Mr. Takagi: In most cases, tuna and other seafood must be kept at 10ºC or below, no matter what the season. Large fish like tuna are auctioned off without being stored in polystyrene boxes or other packaging, so we also have to make sure that they are properly placed on aluminum palates and not on the floor—and otherwise ensure that the environment is sanitary and free of dirt and debris.
They use a special device to measure temperature and make sure that the tuna is being kept at 10ºC or below, and they can also visually tell that the fish is fresh. As the guys at the market are belting out their calls back and forth, they’re trading tuna that’s been checked by the staff at the Tokyo Market Sanitation Inspection Center.
The next place the inspectors visit is the seafood auction floor. Here, fish of all varieties brought in from around Japan are bought and sold—and the staff must check other important things in addition to temperature and sanitation.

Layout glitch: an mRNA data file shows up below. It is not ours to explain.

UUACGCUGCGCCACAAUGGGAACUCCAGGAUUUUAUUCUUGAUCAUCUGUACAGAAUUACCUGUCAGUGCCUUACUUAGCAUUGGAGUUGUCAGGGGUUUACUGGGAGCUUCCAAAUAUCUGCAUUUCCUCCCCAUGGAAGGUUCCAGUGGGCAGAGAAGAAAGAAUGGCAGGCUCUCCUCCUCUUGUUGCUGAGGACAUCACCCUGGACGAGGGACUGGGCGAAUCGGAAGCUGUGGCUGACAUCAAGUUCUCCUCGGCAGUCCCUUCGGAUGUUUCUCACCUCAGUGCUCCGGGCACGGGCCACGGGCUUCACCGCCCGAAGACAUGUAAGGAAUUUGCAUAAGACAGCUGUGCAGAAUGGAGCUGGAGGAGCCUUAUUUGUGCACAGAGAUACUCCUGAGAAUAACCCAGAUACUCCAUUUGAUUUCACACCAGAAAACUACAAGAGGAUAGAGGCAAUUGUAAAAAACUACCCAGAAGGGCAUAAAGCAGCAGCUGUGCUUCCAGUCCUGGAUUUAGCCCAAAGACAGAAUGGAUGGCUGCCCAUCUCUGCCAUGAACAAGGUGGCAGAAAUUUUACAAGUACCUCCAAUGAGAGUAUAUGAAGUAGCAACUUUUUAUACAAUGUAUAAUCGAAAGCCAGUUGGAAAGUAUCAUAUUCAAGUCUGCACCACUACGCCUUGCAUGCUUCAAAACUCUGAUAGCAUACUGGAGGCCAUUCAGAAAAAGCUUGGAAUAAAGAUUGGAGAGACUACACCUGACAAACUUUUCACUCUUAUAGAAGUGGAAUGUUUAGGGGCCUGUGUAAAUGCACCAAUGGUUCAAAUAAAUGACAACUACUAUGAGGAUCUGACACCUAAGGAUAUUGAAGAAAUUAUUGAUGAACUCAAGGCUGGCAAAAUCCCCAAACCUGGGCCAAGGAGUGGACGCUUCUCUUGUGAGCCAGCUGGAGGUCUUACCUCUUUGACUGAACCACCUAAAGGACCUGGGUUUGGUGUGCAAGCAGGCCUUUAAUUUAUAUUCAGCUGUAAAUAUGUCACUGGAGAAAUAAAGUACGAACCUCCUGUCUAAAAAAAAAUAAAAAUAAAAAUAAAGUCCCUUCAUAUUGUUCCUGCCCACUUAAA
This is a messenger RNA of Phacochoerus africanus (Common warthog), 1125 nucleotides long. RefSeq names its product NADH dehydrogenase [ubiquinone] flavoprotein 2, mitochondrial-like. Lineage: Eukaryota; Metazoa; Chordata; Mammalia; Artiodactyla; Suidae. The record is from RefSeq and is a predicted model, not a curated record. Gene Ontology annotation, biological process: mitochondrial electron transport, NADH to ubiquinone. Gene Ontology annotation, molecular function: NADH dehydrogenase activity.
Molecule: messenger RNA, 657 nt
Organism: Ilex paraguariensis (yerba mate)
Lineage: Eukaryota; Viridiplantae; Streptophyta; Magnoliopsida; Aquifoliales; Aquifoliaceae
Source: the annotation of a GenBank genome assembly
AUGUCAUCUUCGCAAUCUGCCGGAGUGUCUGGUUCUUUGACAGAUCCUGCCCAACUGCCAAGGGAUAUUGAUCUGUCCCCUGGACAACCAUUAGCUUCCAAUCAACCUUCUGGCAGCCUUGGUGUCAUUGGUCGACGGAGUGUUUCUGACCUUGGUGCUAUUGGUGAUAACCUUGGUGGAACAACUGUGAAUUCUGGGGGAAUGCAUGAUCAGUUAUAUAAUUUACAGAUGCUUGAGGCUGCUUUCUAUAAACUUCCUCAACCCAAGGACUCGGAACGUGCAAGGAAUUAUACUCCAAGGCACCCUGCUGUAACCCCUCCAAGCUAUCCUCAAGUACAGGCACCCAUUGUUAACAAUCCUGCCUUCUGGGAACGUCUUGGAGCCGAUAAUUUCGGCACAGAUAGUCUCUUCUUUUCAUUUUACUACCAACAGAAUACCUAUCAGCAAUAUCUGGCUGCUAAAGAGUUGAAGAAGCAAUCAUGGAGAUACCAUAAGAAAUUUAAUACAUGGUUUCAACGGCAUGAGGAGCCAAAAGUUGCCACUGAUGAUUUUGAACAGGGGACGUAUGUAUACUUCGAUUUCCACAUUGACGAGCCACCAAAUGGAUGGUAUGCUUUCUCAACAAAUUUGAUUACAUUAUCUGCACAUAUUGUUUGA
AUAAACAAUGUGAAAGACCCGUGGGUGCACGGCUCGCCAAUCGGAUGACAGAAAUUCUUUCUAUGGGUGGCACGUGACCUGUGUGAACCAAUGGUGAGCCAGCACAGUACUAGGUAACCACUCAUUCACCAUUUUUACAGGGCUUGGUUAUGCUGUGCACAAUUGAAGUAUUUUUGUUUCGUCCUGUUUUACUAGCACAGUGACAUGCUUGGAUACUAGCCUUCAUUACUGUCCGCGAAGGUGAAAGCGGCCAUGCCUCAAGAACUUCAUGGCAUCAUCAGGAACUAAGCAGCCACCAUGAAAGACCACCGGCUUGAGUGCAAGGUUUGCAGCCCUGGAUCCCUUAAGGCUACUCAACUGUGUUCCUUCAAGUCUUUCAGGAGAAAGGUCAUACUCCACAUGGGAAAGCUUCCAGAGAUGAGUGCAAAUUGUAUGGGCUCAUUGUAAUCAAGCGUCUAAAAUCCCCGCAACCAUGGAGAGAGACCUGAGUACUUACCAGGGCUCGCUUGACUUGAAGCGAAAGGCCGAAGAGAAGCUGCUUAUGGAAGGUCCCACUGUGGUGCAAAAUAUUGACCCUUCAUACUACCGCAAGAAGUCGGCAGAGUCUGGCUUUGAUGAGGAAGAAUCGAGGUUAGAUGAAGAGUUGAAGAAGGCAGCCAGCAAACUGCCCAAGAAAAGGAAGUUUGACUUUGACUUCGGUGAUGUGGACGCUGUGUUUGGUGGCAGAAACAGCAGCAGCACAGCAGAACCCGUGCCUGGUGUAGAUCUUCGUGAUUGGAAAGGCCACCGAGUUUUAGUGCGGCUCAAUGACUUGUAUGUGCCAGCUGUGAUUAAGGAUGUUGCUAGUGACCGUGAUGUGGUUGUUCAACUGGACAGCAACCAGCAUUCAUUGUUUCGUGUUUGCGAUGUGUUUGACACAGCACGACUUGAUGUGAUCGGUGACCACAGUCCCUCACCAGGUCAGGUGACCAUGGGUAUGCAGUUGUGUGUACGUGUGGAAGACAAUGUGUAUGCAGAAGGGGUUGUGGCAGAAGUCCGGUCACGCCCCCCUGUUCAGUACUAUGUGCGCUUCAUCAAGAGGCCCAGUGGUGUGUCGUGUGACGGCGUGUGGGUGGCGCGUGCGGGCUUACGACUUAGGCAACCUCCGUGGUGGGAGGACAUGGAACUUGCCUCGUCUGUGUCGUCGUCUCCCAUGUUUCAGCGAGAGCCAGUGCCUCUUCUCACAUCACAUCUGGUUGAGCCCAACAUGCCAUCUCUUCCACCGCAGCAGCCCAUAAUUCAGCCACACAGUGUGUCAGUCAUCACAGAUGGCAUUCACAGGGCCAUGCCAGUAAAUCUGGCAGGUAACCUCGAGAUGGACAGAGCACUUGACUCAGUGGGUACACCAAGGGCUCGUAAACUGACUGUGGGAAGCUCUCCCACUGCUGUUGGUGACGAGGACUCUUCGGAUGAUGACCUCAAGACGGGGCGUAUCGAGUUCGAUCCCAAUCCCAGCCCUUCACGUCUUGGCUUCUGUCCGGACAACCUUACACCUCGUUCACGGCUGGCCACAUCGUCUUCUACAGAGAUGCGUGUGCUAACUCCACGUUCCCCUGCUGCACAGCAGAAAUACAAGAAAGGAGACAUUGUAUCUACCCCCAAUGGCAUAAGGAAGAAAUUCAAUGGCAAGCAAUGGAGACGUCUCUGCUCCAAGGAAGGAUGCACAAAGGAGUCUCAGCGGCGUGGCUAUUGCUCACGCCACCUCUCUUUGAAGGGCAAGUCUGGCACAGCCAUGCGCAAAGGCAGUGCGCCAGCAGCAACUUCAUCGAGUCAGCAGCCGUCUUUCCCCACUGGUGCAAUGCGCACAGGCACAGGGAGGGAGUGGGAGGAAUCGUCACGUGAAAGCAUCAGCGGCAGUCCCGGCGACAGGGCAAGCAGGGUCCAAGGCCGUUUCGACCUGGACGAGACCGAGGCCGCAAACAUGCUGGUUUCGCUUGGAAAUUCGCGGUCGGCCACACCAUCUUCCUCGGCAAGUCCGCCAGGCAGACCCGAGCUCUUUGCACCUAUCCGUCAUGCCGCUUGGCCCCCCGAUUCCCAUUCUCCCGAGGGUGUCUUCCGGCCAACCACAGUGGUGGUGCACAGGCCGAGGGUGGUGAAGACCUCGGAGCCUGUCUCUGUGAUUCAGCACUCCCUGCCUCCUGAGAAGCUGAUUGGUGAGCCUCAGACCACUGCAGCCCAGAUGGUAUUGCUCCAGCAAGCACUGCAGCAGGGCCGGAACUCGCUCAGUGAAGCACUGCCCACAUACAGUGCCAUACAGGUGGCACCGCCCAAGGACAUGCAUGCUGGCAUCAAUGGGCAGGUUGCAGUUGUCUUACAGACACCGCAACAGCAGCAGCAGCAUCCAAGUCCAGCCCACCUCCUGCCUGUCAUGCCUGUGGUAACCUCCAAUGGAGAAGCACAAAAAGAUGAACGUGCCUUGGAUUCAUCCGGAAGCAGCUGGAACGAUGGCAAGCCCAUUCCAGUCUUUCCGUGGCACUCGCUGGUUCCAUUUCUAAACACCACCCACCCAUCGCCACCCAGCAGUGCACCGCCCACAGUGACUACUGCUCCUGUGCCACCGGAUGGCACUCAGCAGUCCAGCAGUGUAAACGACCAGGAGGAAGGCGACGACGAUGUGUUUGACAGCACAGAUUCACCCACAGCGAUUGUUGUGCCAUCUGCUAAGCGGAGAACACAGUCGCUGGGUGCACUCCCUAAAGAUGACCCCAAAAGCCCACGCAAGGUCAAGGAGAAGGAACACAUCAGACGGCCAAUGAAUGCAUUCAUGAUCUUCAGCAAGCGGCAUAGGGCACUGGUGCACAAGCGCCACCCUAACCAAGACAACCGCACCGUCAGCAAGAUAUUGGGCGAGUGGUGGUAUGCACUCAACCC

Mr. Takagi: One thing we have to pay particular attention to when we’re inspecting seafood is whether poisonous fish have been mixed in with the products. Many fishermen simply box up whatever they catch in their nets, and we get a few cases a year where something poisonous gets mixed in. There are even some that are so dangerous that they can be life-threatening if you put them in your mouth. Our inspections are there to make sure that things like that don’t get shipped out.
Massive amounts of fish pass through the seri at the fish market each day, and the inspectors only discover poisonous fish a few times a year. But no matter how slim the chances of finding them are, it is their job to make sure they never let one slip by; people’s lives are at stake. They are staring at the fish with their serious gazes for the purpose of keeping consumers safe.
Food safety management systems that are the envy of the world
Even when the seri ends around seven each morning, an inspector’s job still isn’t through.
The next thing they do is check on the vendors who purchase fish at the auction. The companies who buy fish at the market during the seri and sell it to retailers and restaurants are called intermediate wholesalers, and more than 500 of them line the market.